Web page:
Valve announced today via the Steam Blog that Steam’s current Greenlight program will be ending this year, and will be replaced by a new initiative called Steam Direct. After Launching in 2012, Steam Greenlight served as a more streamlined approach for publishers looking to sell their games on the Steam marketplace, as opposed to the heavily curated method previously employed by Steam.
Details on Steam Direct are scarce, though the Steam Blog does detail some of the communications they’ve done with publishers regarding submission fees in the new program.
The next step in these improvements is to establish a new direct sign-up system for developers to put their games on Steam. This new path, which we’re calling “Steam Direct,” is targeted for Spring 2017 and will replace Steam Greenlight. We will ask new developers to complete a set of digital paperwork, personal or company verification, and tax documents similar to the process of applying for a bank account. Once set up, developers will pay a recoupable application fee f or each new title they wish to distribute, which is intended to decrease the noise in the submission pipeline.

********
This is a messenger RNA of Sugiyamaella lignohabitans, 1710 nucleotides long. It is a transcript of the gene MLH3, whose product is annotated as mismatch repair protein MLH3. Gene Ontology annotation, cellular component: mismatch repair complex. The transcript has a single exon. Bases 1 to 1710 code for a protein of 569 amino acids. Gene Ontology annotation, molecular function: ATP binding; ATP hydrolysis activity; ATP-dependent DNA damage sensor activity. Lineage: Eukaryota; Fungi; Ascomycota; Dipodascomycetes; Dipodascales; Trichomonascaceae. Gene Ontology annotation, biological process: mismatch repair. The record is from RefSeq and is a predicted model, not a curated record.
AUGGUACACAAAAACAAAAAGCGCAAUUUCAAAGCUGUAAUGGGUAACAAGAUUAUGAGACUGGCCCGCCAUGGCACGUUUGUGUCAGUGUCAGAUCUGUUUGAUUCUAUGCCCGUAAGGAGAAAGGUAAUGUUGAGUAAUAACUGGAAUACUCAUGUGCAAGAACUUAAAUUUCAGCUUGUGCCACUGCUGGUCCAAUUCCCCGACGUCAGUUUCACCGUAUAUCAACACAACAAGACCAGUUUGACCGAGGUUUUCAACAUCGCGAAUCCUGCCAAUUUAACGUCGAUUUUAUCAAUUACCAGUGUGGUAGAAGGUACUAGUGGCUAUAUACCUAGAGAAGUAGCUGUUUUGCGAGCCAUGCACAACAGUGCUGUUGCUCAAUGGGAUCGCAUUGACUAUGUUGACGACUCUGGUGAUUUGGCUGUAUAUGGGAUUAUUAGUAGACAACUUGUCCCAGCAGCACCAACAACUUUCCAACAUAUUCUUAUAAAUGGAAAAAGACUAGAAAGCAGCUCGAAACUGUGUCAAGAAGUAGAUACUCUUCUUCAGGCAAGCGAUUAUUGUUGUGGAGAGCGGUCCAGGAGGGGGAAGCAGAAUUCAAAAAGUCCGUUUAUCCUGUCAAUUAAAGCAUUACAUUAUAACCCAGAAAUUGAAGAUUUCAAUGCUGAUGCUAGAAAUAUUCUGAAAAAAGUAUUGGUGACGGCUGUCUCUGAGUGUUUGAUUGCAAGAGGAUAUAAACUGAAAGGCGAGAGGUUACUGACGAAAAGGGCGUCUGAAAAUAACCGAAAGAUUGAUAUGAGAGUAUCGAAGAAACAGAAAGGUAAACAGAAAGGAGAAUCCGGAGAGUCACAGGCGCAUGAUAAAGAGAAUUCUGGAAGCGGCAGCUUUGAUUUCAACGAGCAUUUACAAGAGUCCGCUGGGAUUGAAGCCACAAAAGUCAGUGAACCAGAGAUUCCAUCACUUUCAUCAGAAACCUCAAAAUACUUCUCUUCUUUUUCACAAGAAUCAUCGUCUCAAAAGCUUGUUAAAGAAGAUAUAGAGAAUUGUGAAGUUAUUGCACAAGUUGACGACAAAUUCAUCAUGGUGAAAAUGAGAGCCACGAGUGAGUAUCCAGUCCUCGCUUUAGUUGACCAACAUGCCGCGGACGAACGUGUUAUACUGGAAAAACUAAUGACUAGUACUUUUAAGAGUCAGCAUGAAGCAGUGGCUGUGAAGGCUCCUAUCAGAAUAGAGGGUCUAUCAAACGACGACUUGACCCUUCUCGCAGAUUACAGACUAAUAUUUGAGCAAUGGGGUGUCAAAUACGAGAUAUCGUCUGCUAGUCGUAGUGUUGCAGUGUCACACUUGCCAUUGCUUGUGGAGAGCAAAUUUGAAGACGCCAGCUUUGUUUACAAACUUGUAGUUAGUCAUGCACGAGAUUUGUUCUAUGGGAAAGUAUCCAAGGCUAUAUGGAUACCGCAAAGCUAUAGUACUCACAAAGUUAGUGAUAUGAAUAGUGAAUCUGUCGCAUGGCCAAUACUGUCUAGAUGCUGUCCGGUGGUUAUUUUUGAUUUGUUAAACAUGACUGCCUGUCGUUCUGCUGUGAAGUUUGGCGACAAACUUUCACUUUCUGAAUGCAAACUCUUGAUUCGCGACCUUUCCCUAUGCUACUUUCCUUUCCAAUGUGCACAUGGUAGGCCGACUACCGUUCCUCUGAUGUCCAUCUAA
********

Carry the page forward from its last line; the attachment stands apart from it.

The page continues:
While we have invested heavily in our content pipeline and personalized store, we’re still debating the publishing fee for Steam Direct. We talked to several developers and studios about an appropriate fee, and they gave us a range of responses from as low as $100 to as high as $5,000. There are pros and cons at either end of the spectrum, so we’d like to gather more feedback before settling on a number.
Steam Direct doesn’t have a specific date yet, but is set to arrive Spring 2017.
[Source: Steam Blog]
There’s no way yet to predict how this will affect the publisher side of things, but this could very well be a quality control measure to help prevent good games from being buried by shovelware that seems to have infested the Steam marketplace in the last few years.
the author Jordan Leendertsen